NATIONAL INSURANCE PROGRAMME From pg. 16 ADMlNISTRATION & FINANCE The Right Honourable Hubert I ngraham, M.P., Prime Minister. assumed ministerial responsi bili ty for National I nsurance in 1995 He succeeded the Board's second female Minister, the H onourable Theresa Moxey1 ngra h am, M.P., who h ad s u cceeded the Hono ur ab l e Janet B os twi c k M.P ., as Mini ste r Mr. J .M. Pind er, M .P., continued as C h airman of the B oard of D i re c t ors and Mr Nelson Cooper resi g ned the po s ition of Dir ector in November. 1 994. Mrs. Jacqueline Bethel s erved as Acting Dir ecto r from November, 1994, to January 1995 M essrs. Lennox McCartney and Van Delaney were appointed Director and Acting D eputy Director, respec tively, in J anuary, 1995. NIB 's Reserve Fund stood at a little over $731 million at the end of 1995. 1996-1998 Major achievements occurring during this period i nclud e: The purchase and completion of the Wulff Road Complex. The official openings of four new Community Health Clinics in: Bimini; San Salvado r ; Spanish Wells; and Harbour Island The commenceme nt of construction of two (2) additional Community Health Clinics in: Grand Bahama Eight Mile Rock ; and New Providence South Beach. The purchase of Claughton House in New Providen ce. The passage of a bill to amend the Nationa l In surance A c L Key features of these amend ments, which came into effect o n I st January 1999, were: l.An increase in the weekly ceiling on insurable wages from $250 to $400. 2.The introduction of punitiv e measures against employers who fire, demote or penal ire in anyway their employees who request information from the Board on their contribu tions, or who cooperate with the Board 3.An increase in Funeral Benefit from $ 1 ,000 to $1,500. 4.Ao increase in Maternity Grant from $250 to $400; and a relaxing of the qualifying con ditions to allow payme n t to women w h o may have been out of work for seve r a l years, but w h o wou l d have paid at least 50 contributions into National Insurance. 5.The introductjoo of a suppl ementa l pen sion for persons who suffer 100 percent i n dus trial di sabi lity, and as a r esult, require constant care and attendance. 6.An increase of 10 % on R etirement, Invalidity and Survivors' Benefits The increase a t the minimum level was $20.00 7 .The adjustme nt of the ages at which Earl y Retirem e n t Benefit i s paid. The c hanges were as follows: 80% at age 60; 84% at age 61; 88% at 62; 92% at 63; and 96 % at age 64. 8.An inc r ease in the maximum amount pe r sons aged 60 lo 69 years are all o wed to earn while in receipt of Retirement Benefit, from $120 per week, to half the cei lin g on insurable wages -$200 per week 9.A liberalization of conditions, enabling Self-employed persons to continue to work and receive th e ir R etirement Ben efit, provid ed they earn no more than half the ceili n g on insurable wages that is. $200 per week. lO.A lifting of all earnings restrictions on persons age 70 years and o lder. The amend men ts mad e it possible for employed persons t o continue to work, and for self-employed persons t o return to work and receive their Retirement B enefit. regardles s of their income. I I .A re v i s i on of the eligibility conditions for Survivors' Benefit, making it possible for males to qualify in the same way as females. 1 2.Ao increase in the upper age limit from 1 8 years to 21 years for dependents who are full-time students, to receive Survivors' Benefit 1 3.An in c rease in Invalidity, Old Age Non Contributory and Survivors' Assistances for adults, from $160 to $180 per month; and from $36 to $41.54 for Sickness Ass i s tance. The official opening of two new communi ty Health Centres in Harbour I s land and Spanish Well s. ADMINISTRATION & FINANCE The Ri g ht H ono urabl e Hubert Ingraham M.P ., retained mini s terial respons ibili ty for National lns urance; Mr. J.M. Pinder, contin ued as Chairman of the Board of Directors ; and Mr. Lennox M cCn rtn e y continued as Director Mr. Van Delaney was confirmed in the post of Deputy Director. NIB's R eserve Fund stood at $891.6 million* at the end of 1998 (*Unaudited Accounts for the period lst January to 3 lst December, 1998). 1999 2000 Major achievements occurring during this period include: The completion of one additional Community Health Clinic at Eight Mile Rock Gran d Bahama The s u ccess ful and peaceful completion of the first five-year contract with the bar gaining unit for the majority of the Board's staff. The s igning of a con tract between the Board and The Bahamas Government to con struct a residential complex for Police officers in Freeport, Grand Bahama at a cost of $5.3 million. ADMINISTRATION & FINANCE billion d o llar s at the end o f 2000. 2001-2002 Major achievements occurring during this period included: The completion of the clinic at South B each, New Provide nce. The completion of the 7th Actuarial Review of the National Insurance Fund. The r ev iew examined the Fund's cu rrent and pro jected future financial status and made recom mendations for s teps that may be taken to help ensure that NIB r emains solve nt for future generations, while providin g meaningful ben efits to current workers and pensioners. The main findings of the review were: ( a) lf the present contribution rate and bene fit provisions are maintained, the National lnsurance Fund would be exhau s ted in 2029. (b) Should this occur, the contributio n rate would have to be increased to 17% and then g r adually thereafter to over 25% for NIB to continue meeting its benefit commitm e nt s. (c) The average cost of benefits payable over the next 60 years is 15.5 % compared with the current average contribution rate of 8.4%. Following is a s ummary of the key recom mendations made: (a) Review the level of the insurable wage ceili ng and thereafter increa se it annually with rules governing s uch adjustments placed in National In surance Regulation s. (b) Increas e pensions annually in line with changes in the cost of living. (c) Gradually increase the contrib u tion peri od required to qualify for a Retirement pen s ion from 3 to IO years. (d) Gradually increase the number of years over which wages are averaged for calc ul ating pensions so that pension amounts mor e close ly reflect earni n gs over one's career, and not just over onl y the three years with greatest earnings. (e) Consider paying more than just the greater of Retirement and Survivors benefits where the widowed spouse has earned histhe The Honour ab le O.A.T Tommy Tumques1, own pension. M.P., served as Mini s ter of Immigration, (f) Ensure th at the inc ome test applied to Public Service and National Insurance; Mr. n on-ct:mtributory pensioners is a rictly J.M. Pind er, as Chairman of the a dhered to so that only tho se who are truly eli Board of a_nd Mr. Lenno:x gible receiv e ass i s tance payments. McCartney co nunued as Director. (g) Review the terms under which pens ionab l e civil serv ant s participate in th $ National NIB 's R eserve Fund lltood at jus t over one ln st\rance programme with an Objective of . ,,. enacting similar provisions for a ll in s ured per so n s. (h) Initi ate a compre hensive review ofNIB's Act & Regulation s. Thi s review s hould ensure that a ll provision s are relevant to prevailing condition s and that l egisla tion is consiste nt with current practice, intent and other Bahamian law s. (i) Approve and adopt an Investment Poli cy Statement for the investment o f the Board's assets and seek n ew investment avenues for surp lu s funds both locally and a broad. G) Reduce significan tly the amount spent o n administrative expenses from the 19.2 % of contribution income spent in 200 1 to 10% over the medium tenn. (k) Provide to all past and current contribu tors annual contribution statements that indi cate past contributions, their benefit e l igibili ty status and What if any, additional contribu tion s are required to qualify for certain bene fits. (I) Initiate extensive publi c relation s cam paign s aimed at in c reasing general awareness of National Insurance the benefits offered, the need to plan for retirement, and the future c h allenges and reforms that will be required. W h ile no immediate contribution rate increase was recommended the need for future rate increases was stressed. The commencement of a compensation review and manpower needs assessment exercise fo r staff members in the two bargaining units Objective s of the exercise included : To provide NIB with accurate market information for future revi s ions to salary scales; To conduct an audit of the c urrent ranking of NIB jobs; -To ens ure that al l job d escriptions and job charts reflect current structure and account abilities, identifying the key factors that affect the level of each position ; a n d To provide an analysis of NIB functional areas to determine the number of person s needed at the management/ s upervisory and n on-management levels. The completion of the H eadquarters build in g to h9use and facilitate various agencie s and services of the Royal Bahamas Police Force in Grand Bahama. Con'td on pg 18 1 "', National Insurance Board -17 ..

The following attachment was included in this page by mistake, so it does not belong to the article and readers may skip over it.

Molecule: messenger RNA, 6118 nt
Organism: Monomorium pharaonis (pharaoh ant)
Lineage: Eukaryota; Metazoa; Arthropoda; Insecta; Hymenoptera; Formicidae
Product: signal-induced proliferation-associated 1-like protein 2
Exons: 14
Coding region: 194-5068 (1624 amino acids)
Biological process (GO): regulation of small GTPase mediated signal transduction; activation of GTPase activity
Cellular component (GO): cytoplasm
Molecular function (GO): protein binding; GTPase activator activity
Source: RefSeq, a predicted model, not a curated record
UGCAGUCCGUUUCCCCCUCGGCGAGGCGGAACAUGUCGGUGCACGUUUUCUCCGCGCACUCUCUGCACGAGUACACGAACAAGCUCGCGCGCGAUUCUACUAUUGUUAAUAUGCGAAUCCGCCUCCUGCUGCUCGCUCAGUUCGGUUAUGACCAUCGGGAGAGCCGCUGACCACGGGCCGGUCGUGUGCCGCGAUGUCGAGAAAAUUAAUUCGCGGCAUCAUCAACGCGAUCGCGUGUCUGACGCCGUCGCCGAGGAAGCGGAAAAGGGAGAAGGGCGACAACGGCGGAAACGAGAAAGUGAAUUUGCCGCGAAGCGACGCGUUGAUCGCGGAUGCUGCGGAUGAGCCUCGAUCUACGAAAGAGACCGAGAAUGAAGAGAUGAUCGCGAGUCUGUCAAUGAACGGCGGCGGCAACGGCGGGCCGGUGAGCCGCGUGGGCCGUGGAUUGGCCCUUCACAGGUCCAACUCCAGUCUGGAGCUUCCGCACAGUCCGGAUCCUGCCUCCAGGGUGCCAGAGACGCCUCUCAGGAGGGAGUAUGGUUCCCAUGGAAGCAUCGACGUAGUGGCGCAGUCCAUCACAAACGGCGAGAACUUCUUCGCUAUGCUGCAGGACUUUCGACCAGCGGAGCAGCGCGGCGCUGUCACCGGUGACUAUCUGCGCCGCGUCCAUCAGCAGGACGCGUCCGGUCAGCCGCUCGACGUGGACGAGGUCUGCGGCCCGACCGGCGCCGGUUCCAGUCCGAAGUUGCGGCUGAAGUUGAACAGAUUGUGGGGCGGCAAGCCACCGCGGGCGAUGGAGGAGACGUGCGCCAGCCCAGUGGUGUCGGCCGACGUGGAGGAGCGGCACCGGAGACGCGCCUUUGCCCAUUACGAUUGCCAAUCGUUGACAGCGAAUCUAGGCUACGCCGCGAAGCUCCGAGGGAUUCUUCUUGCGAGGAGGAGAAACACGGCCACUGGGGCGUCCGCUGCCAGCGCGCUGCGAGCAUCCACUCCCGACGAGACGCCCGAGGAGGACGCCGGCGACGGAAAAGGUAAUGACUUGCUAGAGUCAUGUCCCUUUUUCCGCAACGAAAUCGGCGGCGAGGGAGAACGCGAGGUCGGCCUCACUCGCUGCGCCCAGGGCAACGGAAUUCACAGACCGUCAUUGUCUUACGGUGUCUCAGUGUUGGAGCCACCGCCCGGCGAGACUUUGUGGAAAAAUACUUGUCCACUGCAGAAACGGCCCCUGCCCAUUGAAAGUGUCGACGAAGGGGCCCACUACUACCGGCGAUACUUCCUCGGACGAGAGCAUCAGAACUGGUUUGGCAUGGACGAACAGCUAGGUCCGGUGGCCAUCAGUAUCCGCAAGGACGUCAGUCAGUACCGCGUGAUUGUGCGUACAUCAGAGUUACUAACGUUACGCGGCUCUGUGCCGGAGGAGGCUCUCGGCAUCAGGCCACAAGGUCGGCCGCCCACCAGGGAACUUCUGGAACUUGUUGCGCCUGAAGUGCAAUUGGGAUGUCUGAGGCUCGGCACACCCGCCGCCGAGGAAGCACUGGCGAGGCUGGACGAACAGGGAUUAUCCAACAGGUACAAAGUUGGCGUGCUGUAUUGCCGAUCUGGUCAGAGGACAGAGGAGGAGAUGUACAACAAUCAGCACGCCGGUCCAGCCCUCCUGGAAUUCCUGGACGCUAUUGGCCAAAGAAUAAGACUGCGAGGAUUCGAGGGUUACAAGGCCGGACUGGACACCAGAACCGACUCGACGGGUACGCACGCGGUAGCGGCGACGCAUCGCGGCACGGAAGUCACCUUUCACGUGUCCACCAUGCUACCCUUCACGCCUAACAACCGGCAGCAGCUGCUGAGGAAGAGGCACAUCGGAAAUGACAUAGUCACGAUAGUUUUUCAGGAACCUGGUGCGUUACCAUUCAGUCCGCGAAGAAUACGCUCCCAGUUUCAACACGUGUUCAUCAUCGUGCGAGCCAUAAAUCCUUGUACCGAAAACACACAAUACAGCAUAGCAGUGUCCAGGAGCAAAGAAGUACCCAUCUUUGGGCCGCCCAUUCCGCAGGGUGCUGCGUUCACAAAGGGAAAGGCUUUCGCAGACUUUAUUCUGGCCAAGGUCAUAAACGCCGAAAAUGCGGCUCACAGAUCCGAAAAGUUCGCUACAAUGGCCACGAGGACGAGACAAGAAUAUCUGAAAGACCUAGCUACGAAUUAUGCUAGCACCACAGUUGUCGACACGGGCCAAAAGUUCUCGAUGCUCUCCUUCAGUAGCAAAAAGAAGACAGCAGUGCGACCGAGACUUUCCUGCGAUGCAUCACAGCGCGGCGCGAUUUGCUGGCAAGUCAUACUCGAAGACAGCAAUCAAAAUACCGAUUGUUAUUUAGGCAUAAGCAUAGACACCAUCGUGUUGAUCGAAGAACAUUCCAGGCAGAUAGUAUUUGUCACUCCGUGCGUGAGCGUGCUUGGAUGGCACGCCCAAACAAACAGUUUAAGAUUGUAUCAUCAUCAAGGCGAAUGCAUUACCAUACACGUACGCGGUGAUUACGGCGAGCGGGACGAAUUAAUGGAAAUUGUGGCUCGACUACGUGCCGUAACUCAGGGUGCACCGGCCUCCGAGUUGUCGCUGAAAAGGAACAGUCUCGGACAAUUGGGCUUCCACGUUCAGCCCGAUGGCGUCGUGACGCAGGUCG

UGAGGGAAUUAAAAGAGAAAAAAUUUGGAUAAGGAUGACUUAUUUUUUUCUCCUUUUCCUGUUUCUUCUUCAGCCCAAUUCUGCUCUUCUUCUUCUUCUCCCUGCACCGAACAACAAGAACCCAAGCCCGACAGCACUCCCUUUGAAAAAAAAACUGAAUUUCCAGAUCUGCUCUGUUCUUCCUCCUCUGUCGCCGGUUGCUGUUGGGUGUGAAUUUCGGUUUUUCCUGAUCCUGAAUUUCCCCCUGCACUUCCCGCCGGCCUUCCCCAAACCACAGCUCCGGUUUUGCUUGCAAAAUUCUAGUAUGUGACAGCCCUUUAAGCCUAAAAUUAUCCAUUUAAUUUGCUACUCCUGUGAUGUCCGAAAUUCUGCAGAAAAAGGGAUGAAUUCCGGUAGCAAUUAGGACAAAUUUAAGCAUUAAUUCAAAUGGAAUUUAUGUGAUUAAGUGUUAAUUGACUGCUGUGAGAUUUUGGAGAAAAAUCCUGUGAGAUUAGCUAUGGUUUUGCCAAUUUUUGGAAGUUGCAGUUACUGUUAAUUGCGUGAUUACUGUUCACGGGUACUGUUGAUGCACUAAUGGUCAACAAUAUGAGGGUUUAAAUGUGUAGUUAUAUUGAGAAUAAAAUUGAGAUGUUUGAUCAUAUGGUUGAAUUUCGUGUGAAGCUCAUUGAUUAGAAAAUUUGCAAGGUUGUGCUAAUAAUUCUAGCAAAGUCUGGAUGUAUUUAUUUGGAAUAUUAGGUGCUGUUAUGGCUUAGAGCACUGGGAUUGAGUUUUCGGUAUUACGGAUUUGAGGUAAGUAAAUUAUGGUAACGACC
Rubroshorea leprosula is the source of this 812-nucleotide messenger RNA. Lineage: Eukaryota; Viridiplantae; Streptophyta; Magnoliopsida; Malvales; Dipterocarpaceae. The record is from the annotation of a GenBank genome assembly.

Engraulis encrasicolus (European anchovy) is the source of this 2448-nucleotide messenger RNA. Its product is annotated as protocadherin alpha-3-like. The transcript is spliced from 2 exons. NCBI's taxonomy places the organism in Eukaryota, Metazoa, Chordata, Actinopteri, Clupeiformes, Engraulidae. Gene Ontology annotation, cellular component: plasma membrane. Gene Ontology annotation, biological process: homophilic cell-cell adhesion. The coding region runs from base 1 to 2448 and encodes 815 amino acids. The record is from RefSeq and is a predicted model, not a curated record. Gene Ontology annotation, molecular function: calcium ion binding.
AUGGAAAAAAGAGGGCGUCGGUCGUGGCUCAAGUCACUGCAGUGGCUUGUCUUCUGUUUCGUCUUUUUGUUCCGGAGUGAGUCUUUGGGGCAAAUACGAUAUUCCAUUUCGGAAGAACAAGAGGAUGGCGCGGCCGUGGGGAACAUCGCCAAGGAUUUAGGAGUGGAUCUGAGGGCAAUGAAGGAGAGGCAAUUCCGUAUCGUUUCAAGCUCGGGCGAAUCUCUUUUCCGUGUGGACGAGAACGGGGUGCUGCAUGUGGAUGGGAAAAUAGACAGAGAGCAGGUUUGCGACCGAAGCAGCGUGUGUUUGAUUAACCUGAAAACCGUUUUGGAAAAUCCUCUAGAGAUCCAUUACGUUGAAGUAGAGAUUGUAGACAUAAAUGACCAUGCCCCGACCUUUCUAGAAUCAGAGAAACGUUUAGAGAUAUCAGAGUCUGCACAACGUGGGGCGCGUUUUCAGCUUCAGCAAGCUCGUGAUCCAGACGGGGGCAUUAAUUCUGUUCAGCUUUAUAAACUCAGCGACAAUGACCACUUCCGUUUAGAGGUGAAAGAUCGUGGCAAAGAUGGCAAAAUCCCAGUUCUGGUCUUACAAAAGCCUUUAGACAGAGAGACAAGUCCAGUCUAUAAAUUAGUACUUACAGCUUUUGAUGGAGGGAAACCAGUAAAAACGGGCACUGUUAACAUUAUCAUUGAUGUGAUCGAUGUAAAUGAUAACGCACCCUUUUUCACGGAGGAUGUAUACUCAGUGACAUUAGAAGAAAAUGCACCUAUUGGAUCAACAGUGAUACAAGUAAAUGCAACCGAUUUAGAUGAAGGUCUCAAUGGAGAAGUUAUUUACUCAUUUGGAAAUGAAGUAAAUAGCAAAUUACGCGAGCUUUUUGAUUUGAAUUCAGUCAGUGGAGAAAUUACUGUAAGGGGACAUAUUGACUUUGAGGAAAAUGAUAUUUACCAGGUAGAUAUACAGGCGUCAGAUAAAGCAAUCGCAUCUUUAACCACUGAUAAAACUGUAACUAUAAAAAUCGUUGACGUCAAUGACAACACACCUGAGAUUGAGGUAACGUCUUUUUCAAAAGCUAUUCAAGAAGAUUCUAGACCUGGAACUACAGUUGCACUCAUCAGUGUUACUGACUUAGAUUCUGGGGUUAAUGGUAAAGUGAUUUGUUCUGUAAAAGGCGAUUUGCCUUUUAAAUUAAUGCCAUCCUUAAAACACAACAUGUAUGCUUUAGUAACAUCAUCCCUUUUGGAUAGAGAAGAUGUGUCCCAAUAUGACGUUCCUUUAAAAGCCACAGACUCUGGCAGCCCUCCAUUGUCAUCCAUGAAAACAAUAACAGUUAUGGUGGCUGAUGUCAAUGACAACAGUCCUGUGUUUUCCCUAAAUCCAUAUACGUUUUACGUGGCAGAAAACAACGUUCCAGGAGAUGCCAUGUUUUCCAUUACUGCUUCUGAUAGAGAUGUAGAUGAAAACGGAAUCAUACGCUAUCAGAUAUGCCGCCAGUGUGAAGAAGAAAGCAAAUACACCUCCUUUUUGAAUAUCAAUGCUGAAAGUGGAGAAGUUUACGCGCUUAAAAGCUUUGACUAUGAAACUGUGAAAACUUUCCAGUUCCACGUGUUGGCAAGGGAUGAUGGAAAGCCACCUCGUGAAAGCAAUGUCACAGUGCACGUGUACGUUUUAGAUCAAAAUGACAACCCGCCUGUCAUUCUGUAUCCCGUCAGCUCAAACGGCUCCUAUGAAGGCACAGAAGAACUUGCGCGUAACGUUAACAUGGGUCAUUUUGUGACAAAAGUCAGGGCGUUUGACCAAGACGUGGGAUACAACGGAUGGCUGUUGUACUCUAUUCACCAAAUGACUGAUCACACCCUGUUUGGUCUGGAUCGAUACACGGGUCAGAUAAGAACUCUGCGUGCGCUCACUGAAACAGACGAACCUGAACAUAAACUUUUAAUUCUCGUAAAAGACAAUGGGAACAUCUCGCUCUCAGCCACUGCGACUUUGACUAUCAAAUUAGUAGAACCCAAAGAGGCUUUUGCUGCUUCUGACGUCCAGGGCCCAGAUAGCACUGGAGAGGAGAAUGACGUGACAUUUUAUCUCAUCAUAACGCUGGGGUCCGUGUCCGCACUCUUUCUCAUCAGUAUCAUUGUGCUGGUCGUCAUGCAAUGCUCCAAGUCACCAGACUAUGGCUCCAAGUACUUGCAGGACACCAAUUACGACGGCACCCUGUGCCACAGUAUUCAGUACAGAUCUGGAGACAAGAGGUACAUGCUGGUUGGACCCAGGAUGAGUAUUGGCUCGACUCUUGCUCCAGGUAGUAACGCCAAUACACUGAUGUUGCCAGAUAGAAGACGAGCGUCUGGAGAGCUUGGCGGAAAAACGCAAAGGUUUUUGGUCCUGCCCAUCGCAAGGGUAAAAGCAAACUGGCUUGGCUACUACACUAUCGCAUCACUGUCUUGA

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--NATIONAL INSURANCE PROGRAMME Frompg.17 The completion of the multi-million dollar P oincianna Hill Office Complex, which hous es the Minitry of Health ; and the Thompson Boulevard Complex, which houses the Ministry of Education. I ADMINISTRATION & FINANCE The Hon6urable Theresa Moxey-Ingraham, held ministerial responsibility for National Insurance as Minister of Public Service & Cultural: Affairs through 2001 and into 2002; the Hortourable D. Shane Gibson, assumed responsibility in May 2002 as Minister of Housing & National Insurance. Mr. J .M. Pinder, eontinued as Chairman of the Board of Directors into 2002, with Mr. Philip Davis, M.P., a$surning the role of Chairman in July 2002. Mr. Lennox McCartney served as Director and was responsible for the day-to day operations of the organization. Mrs. V. There s a Burrows joined the Board as Deputy Director; and Royston Jones, Financial Controller and Arlean Strachan, Assistant Director resigned/retired respectively. NIB 's Reserve Fund stood at 1.1 billion dol lars at the end of 2001. 2003-PRESENT Major achievements occurring during this period include: The completion of the compensatio n review and manpower needs assessment exer cise by the Hay Group. As a re s ult of the rec ommendations, the Board and its two Unions began negotiations for staff salary adjust ments and ; manpower initiatives that are expected to tome on stream in the; near. future. Staffing management training, man agement accountability, clear performance stan dards and employee empowerment, are just some pf the keys areas that the reports recommend. The ai:{pointment of the Social Secupty Commissi6n to determine and recommend the way forwa}-d for social security l}Ild a number of other issues. The Commission. was charged with addressing issues containeft in the 7th Actuarial and other associated issues. \ i The purchase by the Insurance Board of tjie JL Building at Blake Road New The official opening of. the Miriam Green Health Centre in Johnson Bay, South Andros. for new community clin ic at Inagua. The passage of the 2004 amendments whic h provides primarily for changes to Maternity Benefit/Grant payment. ADMINISTRATION & FINANCE The Hon ourable D. Shane Gib son remained as Minister; Mr. Philip D avis, M.P. continued as Chairman;. Mr. Lennox McCartney s erved as Director; Mr. Van Delan e y Sr. Deputy Dir ec tor retired; Mr. Ja yso n Moxey was pro-18 National Insurance Board rooted to the p0st of Sr. Deputy Director ; and Mr. Lloyd Cunningham joined executive mana gement as Assistant Director. BENEFITS & ASSISTANCES The National Insurance Board provides nine (9) cash benefit s, four (4) cash assistances and one benefit-in-kind". The benefits are paid in res pect of Sickness, Maternity, Funeral, Retirement Invalidity, Survivorship, Injury, Disablement and Death. The assistances are the Old Age Non-Contributory Pension, Invalidity, Survivors and Sickness. The monthly rate of payment for the Long Term Benefits Invalidity Retirement and Survivors' Benefits varies depending on the total number of paid and/or credited contribu tions, from a minimum of 15 to a maximum of 60 percent of the insured person's average weekly insurable wage or in come The minimum (full) payment, monthly is $230 The weekly rate fo r the Sickness Benefit is 60 percent of the claimant's average weekly insurable wage or income with the minimum and maximum weekly payments are $53.08 and $240 respectively The weekly rate for Maternity Benefit will move from 60% to 66 213% as of December 6 with the minimum and maximum payment at $53.08 and $266.67 respectively The rate of assistance payment is fixed. These have been increased from time to time. The last increase came in January, 2002. Under the Industrial Benefits branch, employed persons or self-employed persons in Class B", who suffer job-related injury or contract job-related diseases, are eligible for Injury Benefit Disablement Benefit and/or Grant, Industrial Death Benefit, Industrial Funeral Benefit, and free Medical Care. Injury Benefit is a weekly p ay ment, paid at a weekly rate of 66 213 percent of the worker's average insured income, with a range of $48.46 per week as a minimum payment, and $266.66 per week as a maximum payment. Disablement Benefit is paid as a percentage of the Injury Benefit based on the degree of disablement caused by the industrial accident. Disability is assessed by a Medical Referee and is expressed in percentages. 1 For disablement assessed at between I and ;24. percent, a grant of $100 is paid for each 'p ercent of disability. For disablement assessed at between 25 and 100 percent, Disablement Benefit is paid as both a one time cash grant, and periodically, as a pen For example a lump sum grant of $500 iid a monthly pension are paid where the disablement is assessed at between 25 and 66 percent. A grant of $1 000 and pension are paid where the disablement is between 67 and 100 percent. REGISTRATION All persons engaging in gainful employment in The Bahamas, whether employed on a tem p orary p robati o nary part time or permanent b a s i s, are required to r egi s ter with National Insurance. Registra t ion sho uld b e effe c t ed ... before or as soon as p oss ibl e after commenc ing work. The registration process involves the assign ment of a number for life which creates an account into which all record of co ntributions and benefit payments will go. Once a number i s assigned the regi s trant doe s not have to regi ste r again. CONTRIBUTIONS Contributions are required for each "contri bution week". Pa yments are based on the wages earned during the week, up to a ceiling of $400. Contributions are to be paid month ly, and s hould be received into the Board by the 15th day of the month following the month they were due. "EMPLOYED PERSONS": Contributions are to be deducted from tlie employed person 's wages before they are paid. Deductions are payable from the very first salary payment even if the worker is serving out a "proba tionary period". Contributions not deducted at the time they were due, cannot be reclaimed fmm employees' future earnings. The employer is solely responsible for payment of arrear s "Wages" includes only basic pay (inclusive of pay in lieu of notice); compensations s uch as bonuses, overtime, severance pay and tips, are not considered wages. Contributions for persons who are paid on a commission basis will be based on the average weekly or monthly wage in the last year, o r the total wage paid in the actual week or month concerned. Contributions for persons paid on a daily or piece work basi s, will be based either on the basic amount paid for sim ilar work or on the total cash amount paid for the actual week or month whichever i s les s. An employed person with a weekly average insured income of less than $60, pays 1.7 % of his/her salary while the emp l oyer pays 7.1 %; and a person with a weekly average insured income of $60 to $400, pays 3.4% while the employer pays 5.4%. "SELF-EMPLOYED PERSONS": There are two classes of Self-Employed persons: "A" and B". Person s in class "A" pay contributions at a rate of 6.8% while persons in Class "B" pay 8.8%, of their average insured income, up to the ceiling of $400. PENSIONABLE CIVIL SERVANTS: Because of the integration of the G overnment's pension plan with the National Insurance pensjon plan, civil servants who are eligible for pensions out of the Consolidat Fund, are required to pay Je ss in to Nation al In s urance for Retirement and Invalidity Benefit s. Their contributions are bas ed on a combination of $ll0 (red uced for the two l o ng term benefits) and $400 ( the in surable wage ceiling for all other benefits). Con seq u e ntly their Retir ement and Invalidity Benefit are lowere than those of other isured persons. PERSONS IN RECEIPT OF RETIRE MENT BENEFIT: A pe r s on ag e 60 to 69, w h o is in receipt of R etirement Benefit may return/continue to wor.k and receive the bene fit as long as he/she earns no more than $200 per week. Additionally, persons age 70 years and older may work and receive Retirement Benefit no matter wha t they earn. ln the case of self-employed person s, however ; they must hav e initially r e tired from, and then returned to gainful empl oyment to qualify. In either case, reduced contributions must be For employed persons only the employer pays his portion of the contributions; in the case of self-employe d persons, the contri bution rates are reduced by 3.4 percent. VOLUNTARILY INSURED PERSONS: Ao unemployed person who previously con tributed to National Insurance may apply for permission to pay contributions voluntarily. Contributions are paid at a rate of 5 percent, of the individual's average weekly earnings, based on bis/her la s t year of employment. Contributions are due before June 30th of each year. Contributions paid voluntarily do not count for Sickness Maternity or any Industrial Benefits. THE APPEALS PROCESS NIB has an appeals provision for claimants and contributors when, in their opinion the Board makes unfavorable decisions regarding them This provision allows individuals to take decisive action which could ultimately change or rescind deci sions o f the B oard; it is comprised of three processes. Firstly, there i s a process that deals with contributions and c la ssifica tion s of in s ured persons. Such cases are heard by a committee of the Board of Directors. The s econd proces s involves an Appeals Tribunal, where any question relating to ben efit or assistance is decided. The Tribunal is a tri-partite body, made up a lawyer as its chairperson, one member to represent the employee's interest, and the other to represent the employer's interest. Members of the Tribunal are independent citizens of The 1 Bahamas. The third process is for medical appeals. In this process, medical questions are deter mined by a Medical Referee who ;is chosen from a panel of medical from the I commuruty. I OFFENCES i The National Insurance Act describes a number of offences for which persops may be charged. These basically concern Contributions and Benefits. Contribution offences are fo r example, non payment of contributions; the: fa ilure b y an employer to provide information on an employee's wage s tatus ; the victimization, by an employer, of an employee wh o cooperates w i th National Ins uran ce; etc. Benefit offences are for example, where a claimant attempts to alter documents ; where a person presents him/herself claiming a benefit to which they are not entitle d; etc. Penaltie s for offences range from a tnimi m urn of six m o nth s in jail o r a fine o f $ 1.0 00, or both. to a maximum of 12 months in jail. or a fine of $2.500. or both

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I l CENTRAL BANK OF THE BAHAMAS ThE NATiONAl INSURANCE BoARd As ThE AdMiNisTRATOR of ThE BAllA.l.As' SociAl SEcuRiTY PROGRAMMME Main Office Freeport Office Telephone: (242) 302-2600 Telephone: (242) 352-5963 Facsimile: (242) 356-4324 Facsimile: (242) 352-5397 I .I I I I I P .O. Box N-4868 P O Box F-42521 L Frederick Street Suite B & C Regent Centre West 1 Nassau, The Bahamas Freeport, Grand Bahamas ( -----_ ,e.e,.ntralbaokball@roal t ... _, __ .. --...-.----------""' 19 f I 1 ""I ., f ._ 'I t 0 l # J I I 1 j t .... c, .,)C;.. ., _ri; .. s:n ":I -S 1:!.., J 1 :'! :i. 'l;:; n ,_ 1:1 L., .r. I "1tr11_c.w .. t,, .. .... .re; . f :i ,,:-1.

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. -C = t.\t THE NATIONAL INSURANCE BOARD on its C 3cm C = Management and Sta.ff of IBM Bahamas Ltd. IBM Bahamas Ltd. = P.O. Box SS-6400 = --= P.O. Box F-42502 = Nassau, Bahamas ----Freeport, Grand Bahama ------. Tel: 323-7350/4 = 1:' : Tel: 352-9751/2 Fax: 323-8944 unununununununuri 20 I TUBE CIRPOMTlll "StirraULlatiJD.g, a:rad Promotl1D.g A :f'fordable :Eiome OW"JD.ershi.p" For :l:"nirthe. r inCormatioI1 abou.t obtai:n.i.Jmg a mortgage, please contact onir offices at the :t"ollowin..g telephone numbers: N.ASS.AU OFFICE RUSSELL RO.A.I:>, C>.AJ. BOX F-42605 ,FREEPORT. GR.AND BA..HA.lv.t:A. TEL: (242) 352-7513/4 FA.X: (242) 352-6478 ABACO OFFICE B & LPLA..ZA. lv.t:.AR.SH H..A.R.BC>UR, P. C>. BOX A.B-20376 B.AHAlv.t:.A.S TEL: (242) 367-5160 FAX: (242) 367-5161